EGU General Assembly 2022
© Author(s) 2022. This work is distributed under
the Creative Commons Attribution 4.0 License.

The evaluation of soil organic carbon through VIS-NIR spectroscopy to support the soil health monitoring

Haitham Ezzy1,2, Anna Brook2, Claudio Ciavatta3, Francesca Ventura3, Marco Vignudelli3, and Antonello Bonfante1
Haitham Ezzy et al.
  • 1National Research Council of Italy (CNR), Institute for Mediterranean Agricultural and Forest Systems, ISAFOM, Portici, Italy
  • 2Spectroscopy & Remote Sensing Laboratory, Department of Geography and Environmental Studies, University of Haifa, Mount Carmel, Israel
  • 3Department of Agricultural and Food Sciences (DISTAL), Alma Mater Studiorum - University of Bologna, Viale G. Fanin 44, 40127 Bologna, Italy

Increasing the organic matter content of the soil has been presented in the:”4per1000″ proposal as a significant climate mitigation measure able to support the achievement of Sustainable Development Goal 13 - Climate Action of United Nations.

At the same time, the report of the Mission Board for Soil health and Food, "Caring for soil is caring for life," indicates that one of the targets that must be reached by 2030 is the conservation and increase of soil organic carbon stock.  De facto, the panel clearly indicates the soil organic carbon as one of the indicators that can be used to monitor soil health, and at the same time, if the current soil use is sustainable or not.

Thus it is to be expected that the monitoring of SOC will become requested to check and monitor the sustainability of agricultural practices realized in the agricultural areas. For all the above reasons, the development of a reliable and fast indirect methods to evaluate the SOC is necessary to support different stakeholders (government, municipality, farmer) to monitor SOC at different spatial scales (national, regional, local).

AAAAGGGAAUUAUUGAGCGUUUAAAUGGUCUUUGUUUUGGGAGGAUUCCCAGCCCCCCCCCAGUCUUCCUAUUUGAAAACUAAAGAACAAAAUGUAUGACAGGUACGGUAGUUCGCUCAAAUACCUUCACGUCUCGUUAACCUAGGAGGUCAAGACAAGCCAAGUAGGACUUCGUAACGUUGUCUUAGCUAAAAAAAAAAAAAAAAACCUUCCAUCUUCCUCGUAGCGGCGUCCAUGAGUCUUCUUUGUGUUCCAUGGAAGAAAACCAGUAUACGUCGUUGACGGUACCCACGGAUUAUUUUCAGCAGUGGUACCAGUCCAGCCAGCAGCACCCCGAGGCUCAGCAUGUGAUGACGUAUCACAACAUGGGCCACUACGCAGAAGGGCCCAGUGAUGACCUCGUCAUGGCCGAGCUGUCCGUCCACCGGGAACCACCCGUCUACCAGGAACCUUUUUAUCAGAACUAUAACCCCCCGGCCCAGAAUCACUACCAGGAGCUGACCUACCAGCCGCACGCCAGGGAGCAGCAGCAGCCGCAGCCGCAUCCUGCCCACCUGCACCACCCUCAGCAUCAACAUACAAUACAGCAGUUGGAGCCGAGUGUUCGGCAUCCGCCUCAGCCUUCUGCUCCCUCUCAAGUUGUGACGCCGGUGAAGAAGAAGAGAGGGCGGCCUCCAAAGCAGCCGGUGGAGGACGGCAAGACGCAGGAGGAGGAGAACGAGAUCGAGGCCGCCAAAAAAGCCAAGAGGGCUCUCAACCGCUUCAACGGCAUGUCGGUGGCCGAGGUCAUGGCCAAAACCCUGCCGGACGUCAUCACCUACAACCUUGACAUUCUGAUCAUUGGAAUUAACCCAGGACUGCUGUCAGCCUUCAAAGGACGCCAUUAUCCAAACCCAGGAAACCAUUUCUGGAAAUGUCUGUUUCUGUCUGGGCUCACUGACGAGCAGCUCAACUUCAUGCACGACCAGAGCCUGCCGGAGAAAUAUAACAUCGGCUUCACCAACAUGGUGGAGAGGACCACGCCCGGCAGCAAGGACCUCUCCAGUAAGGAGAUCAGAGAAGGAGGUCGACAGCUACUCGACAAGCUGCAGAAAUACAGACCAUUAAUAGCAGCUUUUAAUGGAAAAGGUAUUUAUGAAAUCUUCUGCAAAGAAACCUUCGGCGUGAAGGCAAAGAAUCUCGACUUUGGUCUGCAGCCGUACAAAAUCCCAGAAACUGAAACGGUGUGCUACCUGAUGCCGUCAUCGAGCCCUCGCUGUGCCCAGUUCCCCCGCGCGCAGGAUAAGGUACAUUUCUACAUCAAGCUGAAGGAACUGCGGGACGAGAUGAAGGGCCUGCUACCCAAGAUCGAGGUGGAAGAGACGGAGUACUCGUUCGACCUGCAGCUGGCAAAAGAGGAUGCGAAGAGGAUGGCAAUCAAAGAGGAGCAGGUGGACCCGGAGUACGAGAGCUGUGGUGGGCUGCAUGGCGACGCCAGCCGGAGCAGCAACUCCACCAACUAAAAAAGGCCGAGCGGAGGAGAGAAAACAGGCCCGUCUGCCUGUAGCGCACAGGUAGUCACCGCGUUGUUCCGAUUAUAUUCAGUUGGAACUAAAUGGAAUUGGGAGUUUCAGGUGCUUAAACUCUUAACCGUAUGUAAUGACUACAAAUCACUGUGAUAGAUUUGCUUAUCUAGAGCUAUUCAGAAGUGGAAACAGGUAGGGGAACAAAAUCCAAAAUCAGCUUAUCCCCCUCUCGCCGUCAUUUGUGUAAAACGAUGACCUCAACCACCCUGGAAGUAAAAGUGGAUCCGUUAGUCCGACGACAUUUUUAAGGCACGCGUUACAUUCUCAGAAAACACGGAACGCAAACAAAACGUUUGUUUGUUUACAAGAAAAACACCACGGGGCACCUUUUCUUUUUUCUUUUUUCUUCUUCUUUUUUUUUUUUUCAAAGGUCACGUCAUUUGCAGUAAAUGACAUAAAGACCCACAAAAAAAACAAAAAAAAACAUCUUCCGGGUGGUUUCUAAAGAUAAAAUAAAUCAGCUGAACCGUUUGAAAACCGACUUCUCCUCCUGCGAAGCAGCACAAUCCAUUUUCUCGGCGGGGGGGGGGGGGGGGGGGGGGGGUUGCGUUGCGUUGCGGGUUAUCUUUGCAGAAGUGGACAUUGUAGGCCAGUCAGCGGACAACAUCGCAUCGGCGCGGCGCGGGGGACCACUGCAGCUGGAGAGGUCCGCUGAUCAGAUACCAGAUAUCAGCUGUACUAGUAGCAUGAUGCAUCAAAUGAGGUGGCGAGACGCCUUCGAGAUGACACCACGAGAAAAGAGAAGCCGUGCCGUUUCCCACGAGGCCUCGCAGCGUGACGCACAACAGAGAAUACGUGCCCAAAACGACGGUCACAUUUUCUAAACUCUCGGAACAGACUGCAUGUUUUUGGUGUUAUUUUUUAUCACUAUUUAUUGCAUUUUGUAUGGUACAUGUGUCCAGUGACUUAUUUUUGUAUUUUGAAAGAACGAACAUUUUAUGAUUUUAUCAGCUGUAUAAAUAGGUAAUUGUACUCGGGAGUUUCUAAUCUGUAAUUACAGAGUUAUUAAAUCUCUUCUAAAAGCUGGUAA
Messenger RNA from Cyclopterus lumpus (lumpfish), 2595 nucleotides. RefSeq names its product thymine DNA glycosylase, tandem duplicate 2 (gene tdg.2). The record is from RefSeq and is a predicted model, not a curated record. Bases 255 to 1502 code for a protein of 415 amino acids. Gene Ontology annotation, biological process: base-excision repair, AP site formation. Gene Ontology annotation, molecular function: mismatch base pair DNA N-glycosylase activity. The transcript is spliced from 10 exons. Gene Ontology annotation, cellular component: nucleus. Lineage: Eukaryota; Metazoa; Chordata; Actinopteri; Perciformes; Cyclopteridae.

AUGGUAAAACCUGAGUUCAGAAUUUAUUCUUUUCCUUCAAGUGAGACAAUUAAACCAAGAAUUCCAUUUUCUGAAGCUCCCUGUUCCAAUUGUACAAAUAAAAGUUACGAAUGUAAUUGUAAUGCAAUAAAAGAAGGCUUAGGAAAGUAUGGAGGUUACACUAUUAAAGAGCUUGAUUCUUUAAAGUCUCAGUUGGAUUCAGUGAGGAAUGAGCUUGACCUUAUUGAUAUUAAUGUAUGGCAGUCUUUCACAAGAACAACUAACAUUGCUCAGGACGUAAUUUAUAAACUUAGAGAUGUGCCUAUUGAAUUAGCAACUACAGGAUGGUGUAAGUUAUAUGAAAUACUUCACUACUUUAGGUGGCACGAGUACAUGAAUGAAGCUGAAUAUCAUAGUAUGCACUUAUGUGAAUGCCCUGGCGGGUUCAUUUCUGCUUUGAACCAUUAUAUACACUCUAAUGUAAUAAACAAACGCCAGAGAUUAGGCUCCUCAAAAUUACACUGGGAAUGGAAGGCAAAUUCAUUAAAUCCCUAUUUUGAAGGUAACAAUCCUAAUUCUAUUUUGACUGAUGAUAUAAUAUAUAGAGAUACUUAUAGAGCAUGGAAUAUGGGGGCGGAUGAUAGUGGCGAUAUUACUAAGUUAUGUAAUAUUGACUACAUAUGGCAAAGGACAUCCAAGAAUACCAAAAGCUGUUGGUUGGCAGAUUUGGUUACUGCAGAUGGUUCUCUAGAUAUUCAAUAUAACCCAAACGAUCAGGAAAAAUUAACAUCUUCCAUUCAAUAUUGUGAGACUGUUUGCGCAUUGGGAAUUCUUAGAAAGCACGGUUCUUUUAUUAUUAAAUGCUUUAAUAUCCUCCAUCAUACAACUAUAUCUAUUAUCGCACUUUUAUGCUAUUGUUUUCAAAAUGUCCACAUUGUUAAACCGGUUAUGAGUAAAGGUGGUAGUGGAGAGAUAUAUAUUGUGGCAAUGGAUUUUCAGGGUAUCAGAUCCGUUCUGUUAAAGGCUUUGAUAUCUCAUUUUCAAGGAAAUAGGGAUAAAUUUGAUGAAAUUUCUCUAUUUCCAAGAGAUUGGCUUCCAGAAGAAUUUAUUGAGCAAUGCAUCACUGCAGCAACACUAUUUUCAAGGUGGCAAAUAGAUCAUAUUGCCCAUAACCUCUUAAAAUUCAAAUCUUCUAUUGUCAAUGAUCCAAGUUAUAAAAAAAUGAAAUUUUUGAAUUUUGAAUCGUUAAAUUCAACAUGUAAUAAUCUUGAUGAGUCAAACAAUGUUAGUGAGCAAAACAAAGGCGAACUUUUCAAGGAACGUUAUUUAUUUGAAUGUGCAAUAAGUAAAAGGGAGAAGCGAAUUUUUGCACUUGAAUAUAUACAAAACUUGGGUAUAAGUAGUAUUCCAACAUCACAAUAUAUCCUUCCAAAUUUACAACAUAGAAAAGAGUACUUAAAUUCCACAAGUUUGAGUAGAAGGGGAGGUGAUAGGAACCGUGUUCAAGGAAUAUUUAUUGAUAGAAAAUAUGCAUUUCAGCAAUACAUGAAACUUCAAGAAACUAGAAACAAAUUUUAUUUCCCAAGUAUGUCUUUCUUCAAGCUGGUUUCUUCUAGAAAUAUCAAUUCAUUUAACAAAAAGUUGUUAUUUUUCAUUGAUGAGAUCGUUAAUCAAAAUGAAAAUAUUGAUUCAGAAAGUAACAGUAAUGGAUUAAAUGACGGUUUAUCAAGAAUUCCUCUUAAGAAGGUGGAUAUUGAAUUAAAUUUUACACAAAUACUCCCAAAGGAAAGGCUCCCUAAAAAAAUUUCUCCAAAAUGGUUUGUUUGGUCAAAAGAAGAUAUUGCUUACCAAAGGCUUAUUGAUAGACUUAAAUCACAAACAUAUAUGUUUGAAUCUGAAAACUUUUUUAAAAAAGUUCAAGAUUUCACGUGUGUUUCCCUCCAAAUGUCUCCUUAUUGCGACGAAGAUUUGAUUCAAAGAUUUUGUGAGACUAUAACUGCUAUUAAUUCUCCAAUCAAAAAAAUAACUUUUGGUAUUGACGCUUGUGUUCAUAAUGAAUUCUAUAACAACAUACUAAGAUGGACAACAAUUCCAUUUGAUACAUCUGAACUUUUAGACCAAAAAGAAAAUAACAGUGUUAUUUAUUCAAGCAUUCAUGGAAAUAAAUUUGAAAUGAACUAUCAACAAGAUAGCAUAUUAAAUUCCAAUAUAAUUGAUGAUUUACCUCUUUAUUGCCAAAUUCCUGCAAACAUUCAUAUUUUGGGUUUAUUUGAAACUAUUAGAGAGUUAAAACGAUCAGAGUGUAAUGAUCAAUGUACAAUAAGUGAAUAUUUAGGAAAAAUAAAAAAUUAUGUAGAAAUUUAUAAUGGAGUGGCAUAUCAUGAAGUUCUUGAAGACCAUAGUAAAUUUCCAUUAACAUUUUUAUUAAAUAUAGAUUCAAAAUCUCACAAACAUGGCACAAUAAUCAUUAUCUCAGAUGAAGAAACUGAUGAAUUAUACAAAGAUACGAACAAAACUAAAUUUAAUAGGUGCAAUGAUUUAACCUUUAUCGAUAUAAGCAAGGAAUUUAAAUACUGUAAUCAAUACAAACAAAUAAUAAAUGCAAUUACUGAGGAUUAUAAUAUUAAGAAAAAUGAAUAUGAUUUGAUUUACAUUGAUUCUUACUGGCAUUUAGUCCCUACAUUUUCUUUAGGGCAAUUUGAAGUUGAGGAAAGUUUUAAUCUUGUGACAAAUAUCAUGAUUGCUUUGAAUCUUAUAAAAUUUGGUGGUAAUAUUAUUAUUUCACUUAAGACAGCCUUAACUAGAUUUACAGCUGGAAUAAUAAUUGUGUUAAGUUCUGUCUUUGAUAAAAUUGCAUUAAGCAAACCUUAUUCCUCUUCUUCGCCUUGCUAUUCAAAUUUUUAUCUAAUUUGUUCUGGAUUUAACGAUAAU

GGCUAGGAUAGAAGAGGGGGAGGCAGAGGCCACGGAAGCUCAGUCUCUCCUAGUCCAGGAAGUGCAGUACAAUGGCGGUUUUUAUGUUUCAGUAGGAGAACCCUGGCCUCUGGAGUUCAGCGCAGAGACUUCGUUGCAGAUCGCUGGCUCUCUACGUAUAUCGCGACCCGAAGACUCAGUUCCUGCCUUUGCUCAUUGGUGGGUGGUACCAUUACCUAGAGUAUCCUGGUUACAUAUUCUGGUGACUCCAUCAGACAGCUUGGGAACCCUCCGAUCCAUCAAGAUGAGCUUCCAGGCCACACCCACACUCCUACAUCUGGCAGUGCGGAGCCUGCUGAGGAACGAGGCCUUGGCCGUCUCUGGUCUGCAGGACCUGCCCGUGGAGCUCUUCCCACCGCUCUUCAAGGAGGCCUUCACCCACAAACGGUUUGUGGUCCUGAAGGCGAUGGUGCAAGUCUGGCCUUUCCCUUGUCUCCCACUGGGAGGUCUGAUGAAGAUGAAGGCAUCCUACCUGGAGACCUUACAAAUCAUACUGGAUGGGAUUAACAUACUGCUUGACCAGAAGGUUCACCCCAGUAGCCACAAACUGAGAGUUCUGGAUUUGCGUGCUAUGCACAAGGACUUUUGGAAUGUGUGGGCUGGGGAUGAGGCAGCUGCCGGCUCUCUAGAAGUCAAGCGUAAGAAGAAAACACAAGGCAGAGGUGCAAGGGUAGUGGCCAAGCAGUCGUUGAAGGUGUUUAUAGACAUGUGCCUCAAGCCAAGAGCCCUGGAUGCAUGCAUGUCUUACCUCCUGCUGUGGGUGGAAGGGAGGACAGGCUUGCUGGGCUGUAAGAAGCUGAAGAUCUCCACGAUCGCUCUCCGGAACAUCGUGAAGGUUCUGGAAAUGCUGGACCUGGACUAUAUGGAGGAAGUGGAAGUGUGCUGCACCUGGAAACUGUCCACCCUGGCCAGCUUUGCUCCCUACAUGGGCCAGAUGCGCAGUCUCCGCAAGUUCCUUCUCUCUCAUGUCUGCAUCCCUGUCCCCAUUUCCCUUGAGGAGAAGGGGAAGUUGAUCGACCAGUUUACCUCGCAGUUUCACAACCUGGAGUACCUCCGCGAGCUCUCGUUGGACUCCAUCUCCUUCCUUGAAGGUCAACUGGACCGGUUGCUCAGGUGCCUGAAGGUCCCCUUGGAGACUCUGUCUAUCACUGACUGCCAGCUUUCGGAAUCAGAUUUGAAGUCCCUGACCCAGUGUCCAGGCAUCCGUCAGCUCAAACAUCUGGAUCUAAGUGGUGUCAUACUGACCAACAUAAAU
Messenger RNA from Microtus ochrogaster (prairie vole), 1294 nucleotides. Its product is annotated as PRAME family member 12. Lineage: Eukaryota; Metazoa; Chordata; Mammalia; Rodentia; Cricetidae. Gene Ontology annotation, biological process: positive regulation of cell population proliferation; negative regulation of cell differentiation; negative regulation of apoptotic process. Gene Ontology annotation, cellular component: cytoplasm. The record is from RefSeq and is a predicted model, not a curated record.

Over the past two decades, data mining approaches in spatial modeling of soil organic carbon using machine learning techniques and artificial neural network (ANN) to investigate the amount of carbon in the soil using remote sensing data has been widely considered. Accordingly, this study aims to design an accurate and robust neural network model to estimate the soil organic carbon using the data-based field-portable spectrometer and laboratory-based visible and near-infrared (VIS/NIR, 350−2500 nm) spectroscopy of soils. The measurements will be on two sets of the same soil samples, the first by the standard protocol of requested laboratories for soil scanning, The second set of the soil samples without any cultivation to simulate the soil condition in the sampling field emphasizes the predictive capabilities to achieve fast, cheap and accurate soil status. Carbon soil parameter will determine using, multivariate regression method used for prediction with Least absolute shrinkage and selection operator regression (Lasso) in interval way (high, medium, and low). The results will increase accuracy, precision, and cost-effectiveness over traditional ex-situ methods.

The contribution has been realized within the international EIT Food project MOSOM (Mapping of Soil Organic Matter;

How to cite: Ezzy, H., Brook, A., Ciavatta, C., Ventura, F., Vignudelli, M., and Bonfante, A.: The evaluation of soil organic carbon through VIS-NIR spectroscopy to support the soil health monitoring, EGU General Assembly 2022, Vienna, Austria, 23–27 May 2022, EGU22-12331,, 2022.